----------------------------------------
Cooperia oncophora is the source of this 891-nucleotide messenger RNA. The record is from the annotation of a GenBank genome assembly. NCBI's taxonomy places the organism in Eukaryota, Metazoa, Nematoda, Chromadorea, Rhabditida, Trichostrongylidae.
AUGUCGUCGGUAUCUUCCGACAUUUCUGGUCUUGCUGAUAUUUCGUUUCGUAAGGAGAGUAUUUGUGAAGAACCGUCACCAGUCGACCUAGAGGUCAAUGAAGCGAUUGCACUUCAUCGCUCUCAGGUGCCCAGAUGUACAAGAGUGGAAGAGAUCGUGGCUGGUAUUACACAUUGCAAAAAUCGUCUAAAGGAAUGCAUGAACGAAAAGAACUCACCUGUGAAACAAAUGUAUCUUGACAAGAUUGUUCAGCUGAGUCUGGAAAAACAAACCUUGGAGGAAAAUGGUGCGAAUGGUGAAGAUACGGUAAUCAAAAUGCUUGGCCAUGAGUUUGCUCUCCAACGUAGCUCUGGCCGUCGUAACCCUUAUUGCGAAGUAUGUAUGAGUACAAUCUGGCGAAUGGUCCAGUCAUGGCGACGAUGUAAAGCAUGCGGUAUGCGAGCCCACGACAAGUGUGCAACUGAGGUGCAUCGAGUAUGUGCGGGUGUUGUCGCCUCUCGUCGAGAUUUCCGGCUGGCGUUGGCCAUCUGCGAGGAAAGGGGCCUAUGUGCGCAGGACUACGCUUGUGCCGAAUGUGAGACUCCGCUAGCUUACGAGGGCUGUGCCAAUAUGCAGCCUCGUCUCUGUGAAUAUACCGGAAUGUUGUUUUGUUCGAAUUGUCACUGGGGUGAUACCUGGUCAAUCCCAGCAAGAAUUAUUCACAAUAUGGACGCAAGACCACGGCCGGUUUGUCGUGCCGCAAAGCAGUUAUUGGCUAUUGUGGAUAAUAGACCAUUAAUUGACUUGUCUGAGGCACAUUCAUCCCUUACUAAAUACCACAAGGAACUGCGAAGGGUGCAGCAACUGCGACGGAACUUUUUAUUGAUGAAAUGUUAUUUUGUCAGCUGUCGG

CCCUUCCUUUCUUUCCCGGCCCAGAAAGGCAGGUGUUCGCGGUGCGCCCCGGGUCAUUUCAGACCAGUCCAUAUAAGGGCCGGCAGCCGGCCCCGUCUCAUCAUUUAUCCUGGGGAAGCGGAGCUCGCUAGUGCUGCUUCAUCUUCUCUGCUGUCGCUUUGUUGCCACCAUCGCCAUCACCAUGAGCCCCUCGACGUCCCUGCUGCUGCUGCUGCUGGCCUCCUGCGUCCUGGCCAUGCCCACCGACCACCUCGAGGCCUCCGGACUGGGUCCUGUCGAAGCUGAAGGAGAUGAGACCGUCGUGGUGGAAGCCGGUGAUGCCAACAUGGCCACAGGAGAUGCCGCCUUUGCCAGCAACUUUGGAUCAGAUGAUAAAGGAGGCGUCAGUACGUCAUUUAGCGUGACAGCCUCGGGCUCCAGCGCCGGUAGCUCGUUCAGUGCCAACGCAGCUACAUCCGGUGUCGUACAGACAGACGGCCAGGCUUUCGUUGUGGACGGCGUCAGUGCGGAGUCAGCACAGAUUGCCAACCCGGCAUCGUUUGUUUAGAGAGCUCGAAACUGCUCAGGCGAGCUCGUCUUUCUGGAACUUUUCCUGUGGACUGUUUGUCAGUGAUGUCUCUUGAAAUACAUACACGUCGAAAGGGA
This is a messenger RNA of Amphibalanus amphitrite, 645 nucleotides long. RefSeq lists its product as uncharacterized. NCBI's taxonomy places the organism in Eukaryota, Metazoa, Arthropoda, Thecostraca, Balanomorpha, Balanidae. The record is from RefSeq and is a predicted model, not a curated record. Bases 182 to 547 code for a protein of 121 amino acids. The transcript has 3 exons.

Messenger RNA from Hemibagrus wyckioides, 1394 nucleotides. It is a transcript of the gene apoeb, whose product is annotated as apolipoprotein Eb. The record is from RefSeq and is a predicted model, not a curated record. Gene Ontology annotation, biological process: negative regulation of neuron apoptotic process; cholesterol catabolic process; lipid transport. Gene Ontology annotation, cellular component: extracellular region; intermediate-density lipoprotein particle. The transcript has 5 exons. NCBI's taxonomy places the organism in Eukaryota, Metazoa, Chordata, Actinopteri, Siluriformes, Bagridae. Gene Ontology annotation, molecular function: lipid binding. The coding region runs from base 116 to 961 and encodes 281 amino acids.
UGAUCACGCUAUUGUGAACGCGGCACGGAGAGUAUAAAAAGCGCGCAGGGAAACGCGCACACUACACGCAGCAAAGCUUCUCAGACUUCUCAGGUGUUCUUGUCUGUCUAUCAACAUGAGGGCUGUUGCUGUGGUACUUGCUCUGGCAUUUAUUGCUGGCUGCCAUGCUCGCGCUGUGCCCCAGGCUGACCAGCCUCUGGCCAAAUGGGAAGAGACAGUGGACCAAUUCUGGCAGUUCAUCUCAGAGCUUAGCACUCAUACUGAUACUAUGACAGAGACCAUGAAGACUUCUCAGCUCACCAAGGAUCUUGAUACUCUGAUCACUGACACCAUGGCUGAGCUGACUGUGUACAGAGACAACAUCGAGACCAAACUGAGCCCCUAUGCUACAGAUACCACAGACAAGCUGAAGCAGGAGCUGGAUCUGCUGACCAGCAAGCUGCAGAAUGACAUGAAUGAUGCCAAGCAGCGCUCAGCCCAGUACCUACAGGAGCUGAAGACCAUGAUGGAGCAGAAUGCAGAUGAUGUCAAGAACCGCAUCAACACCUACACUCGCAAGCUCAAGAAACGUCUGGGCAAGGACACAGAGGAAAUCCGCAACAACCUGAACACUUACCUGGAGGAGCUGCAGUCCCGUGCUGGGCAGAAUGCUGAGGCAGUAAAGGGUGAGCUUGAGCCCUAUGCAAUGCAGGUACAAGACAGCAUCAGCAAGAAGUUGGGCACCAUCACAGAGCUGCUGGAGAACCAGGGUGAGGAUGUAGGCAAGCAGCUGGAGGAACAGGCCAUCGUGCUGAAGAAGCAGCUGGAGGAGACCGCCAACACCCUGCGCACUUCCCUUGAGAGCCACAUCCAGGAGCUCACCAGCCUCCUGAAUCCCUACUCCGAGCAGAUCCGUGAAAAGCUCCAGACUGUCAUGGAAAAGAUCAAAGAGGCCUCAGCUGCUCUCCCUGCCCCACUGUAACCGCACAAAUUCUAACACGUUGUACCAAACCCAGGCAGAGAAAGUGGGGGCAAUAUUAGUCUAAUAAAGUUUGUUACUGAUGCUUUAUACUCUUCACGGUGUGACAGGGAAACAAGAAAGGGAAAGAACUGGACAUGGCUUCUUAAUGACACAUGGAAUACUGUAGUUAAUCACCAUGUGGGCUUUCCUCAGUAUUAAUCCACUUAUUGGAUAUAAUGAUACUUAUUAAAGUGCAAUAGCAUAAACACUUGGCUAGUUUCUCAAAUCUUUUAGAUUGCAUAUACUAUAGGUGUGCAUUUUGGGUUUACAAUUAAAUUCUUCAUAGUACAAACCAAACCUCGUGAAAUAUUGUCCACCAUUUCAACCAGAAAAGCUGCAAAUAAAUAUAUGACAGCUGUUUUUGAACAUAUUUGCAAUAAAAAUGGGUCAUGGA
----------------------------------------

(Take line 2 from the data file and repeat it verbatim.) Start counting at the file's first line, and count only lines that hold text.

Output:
AUGUCGUCGGUAUCUUCCGACAUUUCUGGUCUUGCUGAUAUUUCGUUUCGUAAGGAGAGUAUUUGUGAAGAACCGUCACCAGUCGACCUAGAGGUCAAUGAAGCGAUUGCACUUCAUCGCUCUCAGGUGCCCAGAUGUACAAGAGUGGAAGAGAUCGUGGCUGGUAUUACACAUUGCAAAAAUCGUCUAAAGGAAUGCAUGAACGAAAAGAACUCACCUGUGAAACAAAUGUAUCUUGACAAGAUUGUUCAGCUGAGUCUGGAAAAACAAACCUUGGAGGAAAAUGGUGCGAAUGGUGAAGAUACGGUAAUCAAAAUGCUUGGCCAUGAGUUUGCUCUCCAACGUAGCUCUGGCCGUCGUAACCCUUAUUGCGAAGUAUGUAUGAGUACAAUCUGGCGAAUGGUCCAGUCAUGGCGACGAUGUAAAGCAUGCGGUAUGCGAGCCCACGACAAGUGUGCAACUGAGGUGCAUCGAGUAUGUGCGGGUGUUGUCGCCUCUCGUCGAGAUUUCCGGCUGGCGUUGGCCAUCUGCGAGGAAAGGGGCCUAUGUGCGCAGGACUACGCUUGUGCCGAAUGUGAGACUCCGCUAGCUUACGAGGGCUGUGCCAAUAUGCAGCCUCGUCUCUGUGAAUAUACCGGAAUGUUGUUUUGUUCGAAUUGUCACUGGGGUGAUACCUGGUCAAUCCCAGCAAGAAUUAUUCACAAUAUGGACGCAAGACCACGGCCGGUUUGUCGUGCCGCAAAGCAGUUAUUGGCUAUUGUGGAUAAUAGACCAUUAAUUGACUUGUCUGAGGCACAUUCAUCCCUUACUAAAUACCACAAGGAACUGCGAAGGGUGCAGCAACUGCGACGGAACUUUUUAUUGAUGAAAUGUUAUUUUGUCAGCUGUCGG